The Real Hirohito
By Blaine Taylor
Was the Japanese emperor a warmonger, pacifist, or both?
He was the longest-reigning monarch and head of state in the 20th century, and the third-longest in history behind King Louis XIV of France (72 years) and England’s Queen Victoria (64 years). Indeed, the 62 years of Japan’s late Emperor Hirohito on the throne of Japan spanned American presidencies from Calvin Coolidge to Ronald Reagan, from one conservative era to another.
Those same six decades of his reign witnessed the rise, fall, and subsequent rise again of Japan itself, from one of the world’s great military powers, to the depths of bitter defeat, followed by a rebirth from the ashes of two atomic bombs and an economic revival unprecedented in modern history.
Perhaps Hirohito’s most notable achievement is that he managed to stay on the throne of his fathers at all. At one time, he was linked in public opinion around the world with his wartime allies, Nazi dictator Adolf Hitler and Italian Fascist ruler Benito Mussolini.
Both of these leaders met violent deaths at the end of their collective war in 1945, while the slight, diminutive emperor alone survived to live and preside at the side of his former enemies.
Moreover, today, while the former imperial and royal ruling houses of the Savoys, Bonapartes, Bourbons, Hohenzollerns, Hapsburgs, Romanovs, and many others have all passed into history, Hirohito was succeeded as emperor upon his death at age 87 by his son and heir, Crown Prince Akihito.
Indeed, even after a lost war followed by two devastating atomic bombs on the homeland—dropped in part because Hirohito refused to step down—he managed to escape overthrow and trial by his own people.
How was all this possible, and even achieved?
Clearly, Hirohito was something more than the postwar image promoted by the West. He was not a shy, young, inexperienced ruler out of touch with his people and dominated by his own diplomats, politicians, generals, and admirals during World War II.
In this scenario of fable and fancy, the emperor opposed the Japanese militarism of the 1930s that saw the rape of China and Manchuria, as well as the plot to attack the United States and the other Western nations in late 1941, beginning with the sneak attack at Pearl Harbor. Then, at the last minute, after the atomic bombs had been dropped, the reluctant commander in chief stepped forward, asserted his authority at last, and ended the war with secret speeches in private and a public radio broadcast to his people.
No, in truth, Emperor Hirohito likely ruled his nation from the very beginning of his long reign, made the major political, military, and naval decisions of the 1930s and 1940s in concert with his courtiers, and, when the game was up and in order to save both himself and his dynasty, delivered them up to their enemies for both trial and execution. So strong was Hirohito’s hold upon them that they agreed willingly and went to their own ignominious deaths and disgrace without betraying his trust, just as had thousands of his soldiers, sailors, and airmen in scattered battles across Asia and the Pacific.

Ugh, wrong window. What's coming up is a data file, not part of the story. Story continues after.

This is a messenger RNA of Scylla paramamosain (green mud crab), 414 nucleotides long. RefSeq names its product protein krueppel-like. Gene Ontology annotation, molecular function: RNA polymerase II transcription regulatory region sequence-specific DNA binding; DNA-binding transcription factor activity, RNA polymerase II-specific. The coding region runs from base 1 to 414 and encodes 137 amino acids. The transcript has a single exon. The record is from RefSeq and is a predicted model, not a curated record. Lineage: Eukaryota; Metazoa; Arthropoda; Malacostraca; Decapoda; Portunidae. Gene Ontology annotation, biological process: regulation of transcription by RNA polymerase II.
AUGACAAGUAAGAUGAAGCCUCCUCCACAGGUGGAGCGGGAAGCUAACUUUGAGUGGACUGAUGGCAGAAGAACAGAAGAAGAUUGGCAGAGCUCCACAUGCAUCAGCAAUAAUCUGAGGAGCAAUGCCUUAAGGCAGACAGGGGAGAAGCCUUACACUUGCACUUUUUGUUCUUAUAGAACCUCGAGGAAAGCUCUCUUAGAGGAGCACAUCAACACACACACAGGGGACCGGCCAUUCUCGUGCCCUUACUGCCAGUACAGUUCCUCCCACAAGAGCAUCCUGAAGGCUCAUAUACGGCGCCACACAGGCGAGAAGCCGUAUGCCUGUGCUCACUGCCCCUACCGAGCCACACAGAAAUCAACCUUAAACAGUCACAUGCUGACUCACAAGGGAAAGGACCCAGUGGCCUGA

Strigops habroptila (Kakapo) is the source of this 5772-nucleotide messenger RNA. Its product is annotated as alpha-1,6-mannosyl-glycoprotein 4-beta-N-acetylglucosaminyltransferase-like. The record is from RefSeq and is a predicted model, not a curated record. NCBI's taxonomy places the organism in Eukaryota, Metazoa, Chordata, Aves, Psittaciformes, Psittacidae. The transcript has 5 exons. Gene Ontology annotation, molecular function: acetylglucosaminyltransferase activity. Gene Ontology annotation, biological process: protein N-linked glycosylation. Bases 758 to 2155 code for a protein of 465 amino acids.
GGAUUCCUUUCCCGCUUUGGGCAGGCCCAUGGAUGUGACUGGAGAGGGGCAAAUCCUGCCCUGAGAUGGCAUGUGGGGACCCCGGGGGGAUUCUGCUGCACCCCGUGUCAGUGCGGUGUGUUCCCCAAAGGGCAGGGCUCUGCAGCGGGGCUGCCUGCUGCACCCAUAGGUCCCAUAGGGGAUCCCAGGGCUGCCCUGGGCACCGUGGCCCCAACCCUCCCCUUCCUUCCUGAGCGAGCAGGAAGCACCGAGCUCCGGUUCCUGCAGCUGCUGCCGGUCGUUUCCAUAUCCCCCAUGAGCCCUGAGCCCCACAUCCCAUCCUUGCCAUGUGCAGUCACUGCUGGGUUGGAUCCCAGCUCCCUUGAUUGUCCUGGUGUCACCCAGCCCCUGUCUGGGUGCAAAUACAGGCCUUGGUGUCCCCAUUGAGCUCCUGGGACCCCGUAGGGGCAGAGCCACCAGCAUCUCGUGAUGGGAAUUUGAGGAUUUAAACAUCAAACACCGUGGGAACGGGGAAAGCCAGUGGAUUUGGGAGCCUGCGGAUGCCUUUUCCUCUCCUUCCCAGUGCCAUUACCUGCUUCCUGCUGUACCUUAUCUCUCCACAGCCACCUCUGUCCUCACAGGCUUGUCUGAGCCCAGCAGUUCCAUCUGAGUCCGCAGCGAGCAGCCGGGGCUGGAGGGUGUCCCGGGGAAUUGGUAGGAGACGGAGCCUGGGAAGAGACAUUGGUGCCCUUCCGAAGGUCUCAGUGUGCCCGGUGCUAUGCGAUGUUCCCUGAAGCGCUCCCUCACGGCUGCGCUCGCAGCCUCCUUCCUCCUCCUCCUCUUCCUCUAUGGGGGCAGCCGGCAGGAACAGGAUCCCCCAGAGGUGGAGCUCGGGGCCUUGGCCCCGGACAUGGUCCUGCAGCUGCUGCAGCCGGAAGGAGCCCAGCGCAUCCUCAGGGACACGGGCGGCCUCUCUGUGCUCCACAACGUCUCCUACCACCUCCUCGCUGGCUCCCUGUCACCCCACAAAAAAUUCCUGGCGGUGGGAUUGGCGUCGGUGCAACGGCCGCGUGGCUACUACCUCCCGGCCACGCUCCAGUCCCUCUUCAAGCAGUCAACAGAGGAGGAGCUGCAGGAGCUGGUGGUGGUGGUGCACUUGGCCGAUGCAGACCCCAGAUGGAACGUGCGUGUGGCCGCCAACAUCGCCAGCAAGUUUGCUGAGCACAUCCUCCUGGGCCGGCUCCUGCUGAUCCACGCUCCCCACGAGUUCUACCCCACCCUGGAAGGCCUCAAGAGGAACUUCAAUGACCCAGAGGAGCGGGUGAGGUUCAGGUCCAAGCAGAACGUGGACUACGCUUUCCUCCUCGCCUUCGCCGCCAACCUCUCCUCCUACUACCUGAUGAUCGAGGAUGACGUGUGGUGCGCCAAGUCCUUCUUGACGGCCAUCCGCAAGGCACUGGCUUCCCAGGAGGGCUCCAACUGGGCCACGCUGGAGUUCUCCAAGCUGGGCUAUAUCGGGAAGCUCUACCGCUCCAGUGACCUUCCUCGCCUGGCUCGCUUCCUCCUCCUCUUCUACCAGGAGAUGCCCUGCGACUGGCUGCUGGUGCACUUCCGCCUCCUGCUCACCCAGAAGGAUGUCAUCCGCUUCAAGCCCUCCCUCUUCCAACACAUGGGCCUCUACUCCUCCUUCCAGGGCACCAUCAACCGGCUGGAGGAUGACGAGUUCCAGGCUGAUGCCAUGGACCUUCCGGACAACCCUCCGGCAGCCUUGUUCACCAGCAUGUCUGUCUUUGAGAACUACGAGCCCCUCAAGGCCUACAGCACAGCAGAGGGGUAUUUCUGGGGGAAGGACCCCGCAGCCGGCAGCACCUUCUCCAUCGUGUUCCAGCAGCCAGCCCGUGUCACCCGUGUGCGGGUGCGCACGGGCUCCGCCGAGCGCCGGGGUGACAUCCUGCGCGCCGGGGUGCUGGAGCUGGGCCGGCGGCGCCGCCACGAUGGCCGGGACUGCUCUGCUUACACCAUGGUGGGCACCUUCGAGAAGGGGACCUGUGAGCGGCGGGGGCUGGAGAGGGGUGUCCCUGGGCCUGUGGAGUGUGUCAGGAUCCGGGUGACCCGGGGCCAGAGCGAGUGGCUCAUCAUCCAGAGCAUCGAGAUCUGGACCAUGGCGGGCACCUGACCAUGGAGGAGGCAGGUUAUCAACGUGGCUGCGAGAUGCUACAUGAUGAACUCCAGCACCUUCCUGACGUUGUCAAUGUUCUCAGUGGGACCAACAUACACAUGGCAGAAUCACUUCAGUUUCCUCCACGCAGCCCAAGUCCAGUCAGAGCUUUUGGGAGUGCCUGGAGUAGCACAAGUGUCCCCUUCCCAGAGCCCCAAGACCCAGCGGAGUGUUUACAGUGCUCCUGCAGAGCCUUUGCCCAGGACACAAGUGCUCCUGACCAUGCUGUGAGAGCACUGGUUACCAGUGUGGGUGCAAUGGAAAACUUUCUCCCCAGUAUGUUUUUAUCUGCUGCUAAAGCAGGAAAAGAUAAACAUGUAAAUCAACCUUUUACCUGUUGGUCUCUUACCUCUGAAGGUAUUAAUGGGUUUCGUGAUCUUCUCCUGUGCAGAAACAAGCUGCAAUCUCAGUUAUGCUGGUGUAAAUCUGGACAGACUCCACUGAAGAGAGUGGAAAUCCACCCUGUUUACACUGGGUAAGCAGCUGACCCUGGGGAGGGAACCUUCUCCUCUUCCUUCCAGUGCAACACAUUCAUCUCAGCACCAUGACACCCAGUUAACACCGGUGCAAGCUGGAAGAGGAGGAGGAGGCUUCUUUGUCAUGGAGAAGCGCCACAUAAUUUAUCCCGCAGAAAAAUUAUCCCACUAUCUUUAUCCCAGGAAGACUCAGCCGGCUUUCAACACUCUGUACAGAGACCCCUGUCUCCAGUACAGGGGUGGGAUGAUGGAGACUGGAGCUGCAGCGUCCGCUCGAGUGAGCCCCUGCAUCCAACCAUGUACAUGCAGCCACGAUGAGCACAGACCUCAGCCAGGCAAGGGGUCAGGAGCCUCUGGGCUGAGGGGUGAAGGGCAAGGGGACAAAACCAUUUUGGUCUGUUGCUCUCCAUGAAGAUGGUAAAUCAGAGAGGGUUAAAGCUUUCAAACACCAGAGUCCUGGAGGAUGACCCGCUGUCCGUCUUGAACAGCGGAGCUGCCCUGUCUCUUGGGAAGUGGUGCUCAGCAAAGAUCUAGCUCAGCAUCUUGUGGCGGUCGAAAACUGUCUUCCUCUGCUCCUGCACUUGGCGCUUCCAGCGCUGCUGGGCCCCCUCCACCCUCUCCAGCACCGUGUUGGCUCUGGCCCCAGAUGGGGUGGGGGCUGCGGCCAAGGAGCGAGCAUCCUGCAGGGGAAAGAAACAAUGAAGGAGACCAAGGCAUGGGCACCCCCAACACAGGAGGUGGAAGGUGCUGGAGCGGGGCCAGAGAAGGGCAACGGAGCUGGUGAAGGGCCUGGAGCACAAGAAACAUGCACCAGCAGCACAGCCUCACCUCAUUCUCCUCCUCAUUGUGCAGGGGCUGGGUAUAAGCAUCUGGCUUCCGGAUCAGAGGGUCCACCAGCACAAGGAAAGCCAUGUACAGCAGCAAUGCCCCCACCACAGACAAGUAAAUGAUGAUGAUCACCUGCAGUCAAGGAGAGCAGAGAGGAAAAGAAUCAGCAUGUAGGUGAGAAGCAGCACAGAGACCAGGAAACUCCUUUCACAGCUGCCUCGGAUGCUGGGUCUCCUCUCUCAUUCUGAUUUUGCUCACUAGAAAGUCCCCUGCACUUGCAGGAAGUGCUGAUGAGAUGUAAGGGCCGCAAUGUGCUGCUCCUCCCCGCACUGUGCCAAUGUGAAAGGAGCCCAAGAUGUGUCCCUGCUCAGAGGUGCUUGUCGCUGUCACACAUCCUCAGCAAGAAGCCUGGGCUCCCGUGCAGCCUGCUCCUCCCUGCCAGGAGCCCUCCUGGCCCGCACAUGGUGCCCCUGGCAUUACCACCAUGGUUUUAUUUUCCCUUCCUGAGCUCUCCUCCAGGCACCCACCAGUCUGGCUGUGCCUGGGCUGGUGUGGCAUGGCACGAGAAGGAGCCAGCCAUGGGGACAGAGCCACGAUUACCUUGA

Indeed, an entire nation bent on mass suicide in 1945 and willing to fight on against the whole world and almost certain defeat obeyed his imperial will unflinchingly and accepted what to them was the unacceptable—surrender and humiliation— because he asked them to do so.
“We are keenly aware of the inmost feelings of all ye, Our faithful subjects,” he intoned. “However, it is according to the dictate of time and fate that We have resolved to pave the way for a grand peace for all the generations to come by enduring the unendurable, and suffering what is insufferable.”
The emperor saved what was, for him, the most important news for last. “Having been able to safeguard and maintain the structure of the Imperial state, We are with ye, Our good and loyal subjects … Unite your total strength to be devoted to the construction for the future…and keep pace with the progress of the world…”
As millions of Japanese wept, the broadcast ended.
In the West, the day before had been one of delirious rejoicing as V-J Day had been celebrated, and the real significance of the defeated emperor had been overlooked — but not in Japan.
There, Hirohito’s good and loyal subjects understood precisely what he meant. Japan’s imperial conspiracy to conquer the Pacific had failed dismally. Hirohito, however, had not formally admitted that fact in his oblique surrender announcement. Nor did he when he met the very embodiment of his conqueror, General Douglas MacArthur, on Sept. 27, 1945, at the latter’s headquarters. He even stated he felt his country had been justified in fighting the war. He was, no doubt, referring to the U.S. oil embargo that had precipitated his Navy’s call for the Pearl Harbor strike on December 7, 1941.
In his memoirs, MacArthur called Hirohito the “First Gentleman” of Japan, because the emperor had offered himself up for trial, which many in the West at that time believed to be both fitting and proper. MacArthur was right, but for a different reason.
The emperor had ruled Japan in fact since at least 1921 when he had become regent for his ill father, or for 24 years by 1945, and he meant to continue doing just that until he died.